Tara and I watched one of our Netflix selections last night. It was a History Channel documentary entitled: Life After People. I added it to our queue because I thought the science of how structures would decay and how the landscapes would change seemed interesting -- at the least it would be a good information source to refer to if (more like 'when' for me) the urge to write post-apocalyptic subject-matter ever popped up.
While I did have some problems with the way the documentary was put together, and didn't fully agree with everything that was proposed, I must say that I did gain some insight that could prove a valuable asset in my future writing endeavors if my characters ever find themselves in such a changed world. My first complaint with the movie was the way civilization, or lack thereof, was depicted from the very start. The premise of "this could someday happen" is greatly tainted by the lack of human remains. There are very few possible futures that would include the complete removal of the human species from the face of the Earth. It is, therefore, highly unlikely that we would all just vanish.
A more suitable explanation of our disappearance from the food chain might include germ warfare going wrong, deforestation and climate change that renders food sources incapable of supporting vast human populations with disease and illness picking off the those who survive the resulting famine, and any number of other man-made catastrophes. Other plausible scenarios might include meteor impacts or super-radiation from solar flares that create unlivable conditions on planet Earth. All of these explanations for our disappearance would leave the planet in a state that would be significantly altered from the portrayal of the first few years depicted in the documentary.
If illness were to kill off the population, is it not reasonable to believe that while most major metropolitan areas would be leveled, certain remote parts of the world would be safe from the spread of contaminates? There are still a few indigenous peoples of the third worlds who refuse to interact with others, staying to the deepest of rain forest jungles. And what about the emergency survival plans that many major governments have in place? Surely some humans somewhere would survive. A good fictitious example of this is in the movie 12 Monkeys - it's an excellent movie that I highly recommend.
If man's fate is sealed by his propensity for war, the largest known threat of which is of course nuclear, then the landscape would be forever scarred by nuclear detonations, major cities would be leveled, and the radiation levels it would take worldwide to completely kill off our entire species would wipe out most of the plants and animals we haven't already driven to extinction.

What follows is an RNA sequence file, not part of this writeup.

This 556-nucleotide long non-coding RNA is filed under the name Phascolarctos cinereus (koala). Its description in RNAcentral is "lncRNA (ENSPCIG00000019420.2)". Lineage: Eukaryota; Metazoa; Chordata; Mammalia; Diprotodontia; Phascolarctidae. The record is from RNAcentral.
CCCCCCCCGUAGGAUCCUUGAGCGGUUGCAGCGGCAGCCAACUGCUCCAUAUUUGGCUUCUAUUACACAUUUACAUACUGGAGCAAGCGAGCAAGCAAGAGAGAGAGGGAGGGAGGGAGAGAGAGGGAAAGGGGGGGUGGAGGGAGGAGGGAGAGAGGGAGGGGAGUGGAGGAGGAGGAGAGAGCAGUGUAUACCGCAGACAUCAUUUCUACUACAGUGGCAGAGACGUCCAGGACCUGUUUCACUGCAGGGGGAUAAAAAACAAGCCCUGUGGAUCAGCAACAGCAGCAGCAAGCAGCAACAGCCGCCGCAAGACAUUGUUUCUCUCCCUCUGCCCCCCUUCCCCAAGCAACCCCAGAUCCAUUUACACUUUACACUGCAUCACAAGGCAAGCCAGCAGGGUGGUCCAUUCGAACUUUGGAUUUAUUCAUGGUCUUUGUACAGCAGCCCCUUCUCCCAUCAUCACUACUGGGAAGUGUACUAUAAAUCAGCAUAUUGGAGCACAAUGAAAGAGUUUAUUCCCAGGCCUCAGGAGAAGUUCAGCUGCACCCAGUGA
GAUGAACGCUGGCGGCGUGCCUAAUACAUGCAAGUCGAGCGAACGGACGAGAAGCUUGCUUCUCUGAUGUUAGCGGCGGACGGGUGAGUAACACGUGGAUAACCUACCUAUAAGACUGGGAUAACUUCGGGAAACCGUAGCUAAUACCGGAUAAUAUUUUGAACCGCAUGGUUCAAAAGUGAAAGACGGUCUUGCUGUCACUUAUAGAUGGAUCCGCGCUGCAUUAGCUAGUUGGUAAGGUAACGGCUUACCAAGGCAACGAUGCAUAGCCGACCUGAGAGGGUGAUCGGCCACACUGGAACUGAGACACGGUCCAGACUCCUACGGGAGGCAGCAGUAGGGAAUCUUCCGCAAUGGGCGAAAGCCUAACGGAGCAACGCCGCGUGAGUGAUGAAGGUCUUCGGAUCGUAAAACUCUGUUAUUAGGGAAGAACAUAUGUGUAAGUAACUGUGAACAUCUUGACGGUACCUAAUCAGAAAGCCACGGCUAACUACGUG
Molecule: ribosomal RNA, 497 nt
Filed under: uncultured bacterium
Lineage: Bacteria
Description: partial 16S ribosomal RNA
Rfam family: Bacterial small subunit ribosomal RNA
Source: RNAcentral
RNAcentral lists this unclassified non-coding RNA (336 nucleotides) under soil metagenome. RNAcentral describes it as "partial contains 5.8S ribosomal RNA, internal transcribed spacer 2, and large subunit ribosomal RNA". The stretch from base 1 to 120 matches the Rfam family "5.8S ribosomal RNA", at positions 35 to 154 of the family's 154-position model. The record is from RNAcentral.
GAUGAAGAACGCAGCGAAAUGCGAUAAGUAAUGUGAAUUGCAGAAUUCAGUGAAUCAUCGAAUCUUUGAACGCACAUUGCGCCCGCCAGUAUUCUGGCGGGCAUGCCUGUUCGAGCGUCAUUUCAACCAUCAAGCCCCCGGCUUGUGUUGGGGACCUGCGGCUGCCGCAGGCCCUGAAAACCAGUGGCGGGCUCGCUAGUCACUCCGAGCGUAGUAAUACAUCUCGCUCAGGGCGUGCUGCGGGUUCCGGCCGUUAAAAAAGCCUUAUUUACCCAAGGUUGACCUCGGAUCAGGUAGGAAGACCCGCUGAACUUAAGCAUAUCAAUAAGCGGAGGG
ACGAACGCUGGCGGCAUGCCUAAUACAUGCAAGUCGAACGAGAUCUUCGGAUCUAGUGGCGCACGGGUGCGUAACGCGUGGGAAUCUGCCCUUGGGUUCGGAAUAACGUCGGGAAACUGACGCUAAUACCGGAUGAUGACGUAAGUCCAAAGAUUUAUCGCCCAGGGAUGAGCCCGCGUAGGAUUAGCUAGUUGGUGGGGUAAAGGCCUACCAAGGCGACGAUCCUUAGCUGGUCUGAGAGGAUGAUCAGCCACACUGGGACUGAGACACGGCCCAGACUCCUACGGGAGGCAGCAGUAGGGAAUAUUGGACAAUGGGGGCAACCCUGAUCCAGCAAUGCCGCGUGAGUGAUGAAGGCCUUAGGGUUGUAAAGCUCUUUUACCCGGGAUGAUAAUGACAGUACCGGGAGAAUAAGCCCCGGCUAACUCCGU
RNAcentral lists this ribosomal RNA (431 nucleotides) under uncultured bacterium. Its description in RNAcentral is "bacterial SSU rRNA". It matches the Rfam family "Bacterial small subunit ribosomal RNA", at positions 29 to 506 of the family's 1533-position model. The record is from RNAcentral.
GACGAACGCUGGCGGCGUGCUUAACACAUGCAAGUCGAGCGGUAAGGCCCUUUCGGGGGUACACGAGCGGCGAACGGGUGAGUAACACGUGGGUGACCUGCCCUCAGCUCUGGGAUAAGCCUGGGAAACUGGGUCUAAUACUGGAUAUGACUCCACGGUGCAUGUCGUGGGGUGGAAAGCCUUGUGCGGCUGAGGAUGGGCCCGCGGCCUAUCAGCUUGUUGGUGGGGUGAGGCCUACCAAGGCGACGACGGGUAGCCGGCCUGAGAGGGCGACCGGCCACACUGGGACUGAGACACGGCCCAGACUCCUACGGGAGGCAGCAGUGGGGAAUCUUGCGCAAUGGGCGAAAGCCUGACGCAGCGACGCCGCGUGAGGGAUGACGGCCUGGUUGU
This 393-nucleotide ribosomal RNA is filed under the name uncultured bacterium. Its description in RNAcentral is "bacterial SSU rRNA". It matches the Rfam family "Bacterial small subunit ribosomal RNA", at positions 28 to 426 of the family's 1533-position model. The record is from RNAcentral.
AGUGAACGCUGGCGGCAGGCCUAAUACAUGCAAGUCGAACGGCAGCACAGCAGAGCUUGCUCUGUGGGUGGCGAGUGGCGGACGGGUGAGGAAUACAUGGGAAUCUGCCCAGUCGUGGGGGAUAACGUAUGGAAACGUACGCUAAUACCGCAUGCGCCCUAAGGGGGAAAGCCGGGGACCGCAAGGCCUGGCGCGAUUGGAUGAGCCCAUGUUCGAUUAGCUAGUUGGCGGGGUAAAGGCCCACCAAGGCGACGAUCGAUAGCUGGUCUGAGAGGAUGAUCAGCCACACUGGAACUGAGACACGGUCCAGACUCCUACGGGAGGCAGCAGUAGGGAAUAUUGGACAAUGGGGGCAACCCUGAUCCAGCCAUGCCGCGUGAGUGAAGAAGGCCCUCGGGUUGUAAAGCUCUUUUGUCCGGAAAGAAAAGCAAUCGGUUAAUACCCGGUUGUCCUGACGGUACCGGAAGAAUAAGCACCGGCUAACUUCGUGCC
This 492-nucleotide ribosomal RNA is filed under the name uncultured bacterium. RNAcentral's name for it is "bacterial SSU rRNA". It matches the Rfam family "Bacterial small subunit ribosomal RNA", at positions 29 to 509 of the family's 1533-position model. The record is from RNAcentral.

I enjoyed the documentary for its sound scientific principles of oxidization, decay, and the workings of large cities and the little known services that would fail without proper care -- thus altering the way the cityscape exists and speeding up building and infrastructure failures. But when it comes to the story side of why the world would be in such a condition, without man to govern his creations, I found it lacking. As a writer I can envision a plethora of specific scenarios that would cause man to vanish from the face of the planet, but to make a better documentary I believe it would have been better to show some of these scenarios while maintaining the scientific breakdown of how the world would recover in each one. Would it be a lush world overgrown with trees and shrubs? Would it be a barren, red planet devoid of water, a twin to her sister Mars?
As a writer, I can imagine a handful of people waking from some sort of time-release resurrection chamber, the result of a last ditch effort to save mankind. The world has changed around these people and though their memories are fragmented shadows of past lives, they can sense that this world, hundreds or thousands of years after the fall of man, is a very dangerous place. I can see them vividly in my mind wandering through the wastelands of dilapidated skyscrapers and sunken roadways, with wolves constantly on the edge of view; waiting patiently for the right moment to strike. Or maybe they awake to a blistering sandstorm and immediately find themselves at the brink of death as they desperately search out a source of water.